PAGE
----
The Baltic Aquascaphe Is A CuAl8 Bronze Beauty What is patina and why should you care? by Rob Nudds May 15, 2020 MIN READThe Baltic Aquascaphe Is A CuAl8 Bronze Beauty
There’s no telling how long bronze is going to stick around. When it first emerged as a luxury case material, naysayers came out in force. It was seen as a fad, as no more than a passing fancy. And yet, several years after the fact, it’s still here. Models like the Baltic Aquascaphe continue to prove its viability and relevance when turned towards certain styles of watch.
Bronze works particularly well for dive watches because it is so inextricably associated with maritime history. Used frequently in marine-machinery, bronze and the idea of seafaring go hand in hand. But if you do find yourself tempted to take the new Baltic Aquascaphe out for a spin on the high seas, be prepared for that CuAL8 bronze case to change its appearance pretty quickly.
All sorts of greenish growths
It’s kind of hard to imagine that anyone would want their luxury watch to acquire a strange, murky hue over time and exposure to the atmosphere/their wrist. But there is actually method to this apparent madness. You’ve just got to make sure you get the right kind of greenish growth on your timepiece. One is very good for it. The other? Well, let’s just say its a devastating and irreversible disease that will chew your watch to dust. But don’t worry. It’s not that common…
Some bronze watches look more like the crumbling components of the Antikathyra mechanism than they do the housing of a high-end timepiece. They may look super “cool” in Instagram posts, but they are quite possibly suffering from bronze disease, which is not so good.
…give your new Baltic a little time to acclimatize…
Bronze disease is a damaging condition. It takes the form of a patchy fungus, which eats away at the metal. This could have been caused by intense exposure to water before a nice, uniform patina was able to form. So if you do want to go diving, give your new Baltic Aquascaphe a little time to acclimatize to life on your wrist first.
What is patina and why is it a good thing?
Sometimes, we think of metals as entirely inert substances that are fixed and unchangeable regardless of what we subject them to. This is not the case. Many metals remain reactive after they have been shaped into an end product. Steel, for example, rusts when exposed to moisture and oxygen. The iron within the steel reacts with the atmosphere, forming rust. This is a form of oxidization. Forced oxidization, such as heat-blueing (which we commonly see on fine steel components within watches) is performed to protect the underlying material from further oxidization (such as rust) because rust is damaging to the metal.
Verdigris is usually a dull, even coating that forms a barrier between the metal and the atmosphere.
The uniform green coating we’re used to seeing on copper and bronze used in the buildings and statues around us is actually protecting the metal. This coating, also known as Verdigris, occurs when the underlying copper or bronze becomes naturally oxidized (in a good way, like blueing). The type of patination varies depending on the consistency of the atmosphere to which the metal is exposed. Additionally, the speed at which the metal patinas is also down to its environment. Verdigris is usually a dull, even coating that forms a barrier between the metal and the atmosphere. It’s probably got something to do with why the Statue of Liberty is still standing after all these years…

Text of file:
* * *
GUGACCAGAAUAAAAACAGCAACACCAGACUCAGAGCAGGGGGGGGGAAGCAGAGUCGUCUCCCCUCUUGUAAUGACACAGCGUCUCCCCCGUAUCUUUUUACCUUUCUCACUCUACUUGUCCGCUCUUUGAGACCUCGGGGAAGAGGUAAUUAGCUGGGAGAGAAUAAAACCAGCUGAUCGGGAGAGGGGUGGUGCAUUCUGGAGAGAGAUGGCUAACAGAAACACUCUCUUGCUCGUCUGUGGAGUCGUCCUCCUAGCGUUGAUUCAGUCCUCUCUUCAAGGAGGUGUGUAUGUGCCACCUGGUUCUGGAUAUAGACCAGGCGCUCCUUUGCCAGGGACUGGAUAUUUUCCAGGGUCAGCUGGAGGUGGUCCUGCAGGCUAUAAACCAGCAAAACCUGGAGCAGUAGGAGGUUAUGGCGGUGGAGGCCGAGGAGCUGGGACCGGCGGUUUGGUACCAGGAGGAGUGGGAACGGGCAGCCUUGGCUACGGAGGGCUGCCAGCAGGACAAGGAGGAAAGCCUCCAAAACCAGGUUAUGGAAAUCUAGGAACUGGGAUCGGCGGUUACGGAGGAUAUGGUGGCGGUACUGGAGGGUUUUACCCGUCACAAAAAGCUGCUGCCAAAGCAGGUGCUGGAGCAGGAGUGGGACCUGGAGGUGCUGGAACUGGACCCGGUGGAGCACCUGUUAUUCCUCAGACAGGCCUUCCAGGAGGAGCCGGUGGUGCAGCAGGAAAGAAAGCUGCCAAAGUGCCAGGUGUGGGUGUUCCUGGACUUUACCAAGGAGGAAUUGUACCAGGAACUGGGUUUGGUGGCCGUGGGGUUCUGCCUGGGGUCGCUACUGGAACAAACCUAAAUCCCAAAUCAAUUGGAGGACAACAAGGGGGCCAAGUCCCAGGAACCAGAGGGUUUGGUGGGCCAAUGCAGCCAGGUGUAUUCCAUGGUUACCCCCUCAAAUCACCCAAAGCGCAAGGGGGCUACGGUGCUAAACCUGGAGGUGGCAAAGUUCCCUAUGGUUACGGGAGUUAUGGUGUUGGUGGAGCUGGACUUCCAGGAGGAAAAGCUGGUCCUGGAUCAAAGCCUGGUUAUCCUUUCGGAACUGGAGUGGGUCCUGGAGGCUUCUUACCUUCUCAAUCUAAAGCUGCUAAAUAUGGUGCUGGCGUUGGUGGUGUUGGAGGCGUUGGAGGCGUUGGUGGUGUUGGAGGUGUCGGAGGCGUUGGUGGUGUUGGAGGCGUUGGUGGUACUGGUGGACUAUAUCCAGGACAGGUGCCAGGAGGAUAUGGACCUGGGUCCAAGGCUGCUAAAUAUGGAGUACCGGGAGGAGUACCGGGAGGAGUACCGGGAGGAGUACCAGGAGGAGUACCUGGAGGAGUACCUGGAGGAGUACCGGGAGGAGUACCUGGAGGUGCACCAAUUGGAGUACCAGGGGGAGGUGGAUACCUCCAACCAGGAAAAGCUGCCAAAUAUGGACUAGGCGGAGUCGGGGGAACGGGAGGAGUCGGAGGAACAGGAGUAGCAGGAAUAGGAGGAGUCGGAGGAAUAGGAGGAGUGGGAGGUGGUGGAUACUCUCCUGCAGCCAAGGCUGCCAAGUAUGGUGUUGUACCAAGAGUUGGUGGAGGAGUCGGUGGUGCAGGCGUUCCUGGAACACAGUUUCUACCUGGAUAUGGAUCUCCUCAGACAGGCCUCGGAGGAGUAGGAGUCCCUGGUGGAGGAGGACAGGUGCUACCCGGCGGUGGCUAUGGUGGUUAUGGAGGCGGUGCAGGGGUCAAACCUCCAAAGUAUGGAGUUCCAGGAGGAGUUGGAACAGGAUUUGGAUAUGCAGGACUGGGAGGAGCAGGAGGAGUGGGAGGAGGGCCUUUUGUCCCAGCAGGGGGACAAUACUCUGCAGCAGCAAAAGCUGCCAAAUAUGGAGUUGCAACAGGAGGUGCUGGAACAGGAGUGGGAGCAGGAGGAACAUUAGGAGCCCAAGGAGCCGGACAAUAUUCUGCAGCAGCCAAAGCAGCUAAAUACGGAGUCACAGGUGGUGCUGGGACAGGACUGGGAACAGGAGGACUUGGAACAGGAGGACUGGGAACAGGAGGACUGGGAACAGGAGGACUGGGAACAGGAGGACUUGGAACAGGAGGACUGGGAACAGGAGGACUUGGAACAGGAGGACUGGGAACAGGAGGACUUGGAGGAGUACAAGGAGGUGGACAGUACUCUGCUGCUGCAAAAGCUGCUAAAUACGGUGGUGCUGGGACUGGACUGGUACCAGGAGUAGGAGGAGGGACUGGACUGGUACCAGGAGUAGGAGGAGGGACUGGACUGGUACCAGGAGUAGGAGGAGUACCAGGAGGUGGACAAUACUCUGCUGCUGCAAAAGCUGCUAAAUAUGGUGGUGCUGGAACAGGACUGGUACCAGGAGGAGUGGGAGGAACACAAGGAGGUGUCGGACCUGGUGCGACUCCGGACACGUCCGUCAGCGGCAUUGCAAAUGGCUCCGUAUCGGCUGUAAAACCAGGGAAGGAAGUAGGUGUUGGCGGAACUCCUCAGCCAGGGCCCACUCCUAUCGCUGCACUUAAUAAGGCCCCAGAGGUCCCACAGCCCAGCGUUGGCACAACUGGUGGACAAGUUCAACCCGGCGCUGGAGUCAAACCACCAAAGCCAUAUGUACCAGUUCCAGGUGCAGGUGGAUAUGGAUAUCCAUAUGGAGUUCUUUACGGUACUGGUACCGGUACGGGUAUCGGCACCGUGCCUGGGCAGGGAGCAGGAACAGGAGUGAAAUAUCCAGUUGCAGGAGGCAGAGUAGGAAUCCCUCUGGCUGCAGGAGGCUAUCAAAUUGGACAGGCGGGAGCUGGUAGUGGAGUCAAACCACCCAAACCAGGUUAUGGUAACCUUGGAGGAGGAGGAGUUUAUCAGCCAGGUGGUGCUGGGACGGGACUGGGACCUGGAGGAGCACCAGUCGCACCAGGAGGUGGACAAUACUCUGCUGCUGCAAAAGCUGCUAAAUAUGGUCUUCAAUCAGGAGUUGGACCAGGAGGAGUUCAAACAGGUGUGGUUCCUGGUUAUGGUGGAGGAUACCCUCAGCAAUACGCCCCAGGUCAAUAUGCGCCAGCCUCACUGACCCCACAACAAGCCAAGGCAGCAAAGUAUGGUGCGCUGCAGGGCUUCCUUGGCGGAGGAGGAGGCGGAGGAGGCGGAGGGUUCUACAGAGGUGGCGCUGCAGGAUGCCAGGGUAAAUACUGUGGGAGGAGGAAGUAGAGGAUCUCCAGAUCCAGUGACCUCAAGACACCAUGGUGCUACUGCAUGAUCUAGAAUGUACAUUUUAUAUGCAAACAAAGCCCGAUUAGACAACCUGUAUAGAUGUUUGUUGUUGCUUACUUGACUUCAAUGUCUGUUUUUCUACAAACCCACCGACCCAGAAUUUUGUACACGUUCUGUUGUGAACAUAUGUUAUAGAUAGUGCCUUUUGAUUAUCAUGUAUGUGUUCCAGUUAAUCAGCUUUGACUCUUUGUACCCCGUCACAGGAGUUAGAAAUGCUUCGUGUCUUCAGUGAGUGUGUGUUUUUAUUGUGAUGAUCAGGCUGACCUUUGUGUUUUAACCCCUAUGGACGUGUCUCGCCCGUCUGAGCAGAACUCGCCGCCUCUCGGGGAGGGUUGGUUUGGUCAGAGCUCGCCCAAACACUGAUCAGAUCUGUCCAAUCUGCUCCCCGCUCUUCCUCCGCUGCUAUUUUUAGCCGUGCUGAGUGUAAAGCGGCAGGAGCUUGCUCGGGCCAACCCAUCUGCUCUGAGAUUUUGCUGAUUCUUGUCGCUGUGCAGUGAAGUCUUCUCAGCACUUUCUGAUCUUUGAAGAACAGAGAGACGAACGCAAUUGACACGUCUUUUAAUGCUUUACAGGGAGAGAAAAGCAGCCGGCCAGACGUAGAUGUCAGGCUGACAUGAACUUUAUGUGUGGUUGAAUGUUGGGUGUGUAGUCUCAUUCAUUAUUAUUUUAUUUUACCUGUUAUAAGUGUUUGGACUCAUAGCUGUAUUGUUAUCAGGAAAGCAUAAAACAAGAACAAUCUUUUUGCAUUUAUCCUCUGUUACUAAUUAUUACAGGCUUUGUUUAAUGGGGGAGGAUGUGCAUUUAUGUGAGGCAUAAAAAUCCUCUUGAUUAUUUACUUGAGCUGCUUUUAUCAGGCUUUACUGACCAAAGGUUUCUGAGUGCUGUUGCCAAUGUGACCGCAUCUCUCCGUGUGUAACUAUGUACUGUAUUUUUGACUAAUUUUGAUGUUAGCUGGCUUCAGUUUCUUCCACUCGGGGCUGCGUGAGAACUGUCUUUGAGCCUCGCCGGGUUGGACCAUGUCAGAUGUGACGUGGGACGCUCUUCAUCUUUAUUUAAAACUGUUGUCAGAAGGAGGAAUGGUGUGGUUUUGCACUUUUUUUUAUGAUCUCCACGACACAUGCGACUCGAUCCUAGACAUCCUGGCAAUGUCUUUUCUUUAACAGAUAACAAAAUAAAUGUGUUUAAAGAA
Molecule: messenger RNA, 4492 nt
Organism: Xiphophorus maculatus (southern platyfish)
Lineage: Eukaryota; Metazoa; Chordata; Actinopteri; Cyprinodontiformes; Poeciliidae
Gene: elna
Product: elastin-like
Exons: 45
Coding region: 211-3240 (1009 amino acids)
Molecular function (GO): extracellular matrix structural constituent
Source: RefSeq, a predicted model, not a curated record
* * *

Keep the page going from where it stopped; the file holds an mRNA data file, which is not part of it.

Old school dimensions
I only have one bronze watch in my collection but I want more. The Baltic Aquascaphe looks like a very good option as it brings together the classic Baltic design themes in a novel and attractive way. At 39mm wide (across the bezel) and 47mm lug-to-lug its respectfully old school dimensions mean this watch is about as wearable as a diver can be.
The Aquascaphe’s 12mm thickness is a real boon also. At just €625 excluding VAT, this CuAL8 bronze watch has a lot of features for that price, including a double domed sapphire, a Sunday blue dial treated with Super-LumiNova (for those of you that haven’t yet read this morning’s You Asked Us column, that’s the Swiss-made glowing stuff), a soft, blue rubber strap, a 200 meters water resistance, a screw-down (nicely engraved crown), and a Miyota 9039 powering proceedings.
…the different way in which the materials age.
I really like the look of this watch. I might have gone for matching seconds hand instead of the white painted one the brand settled upon, but it does definitely pop against the dial. What I find most interesting, though, is the case material. The bronze watch I own uses a different type of bronze (CuSN8) which has a much redder appearance than this aluminum alloy. I love that differentiation and the different way the materials age. The first 300 pieces of the Baltic Aquascaphe will be numbered and assigned on a first-come, first-serve basis. Learn more about the brand here.
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About the author
Rob’s first exposure to the watch industry was a part-time retail role for the Signet Group at the age of 17. An obsession with watches soon developed. Following an ill-advised BSc in Archaeological Science, he applied for sponsorship to undertake… read more
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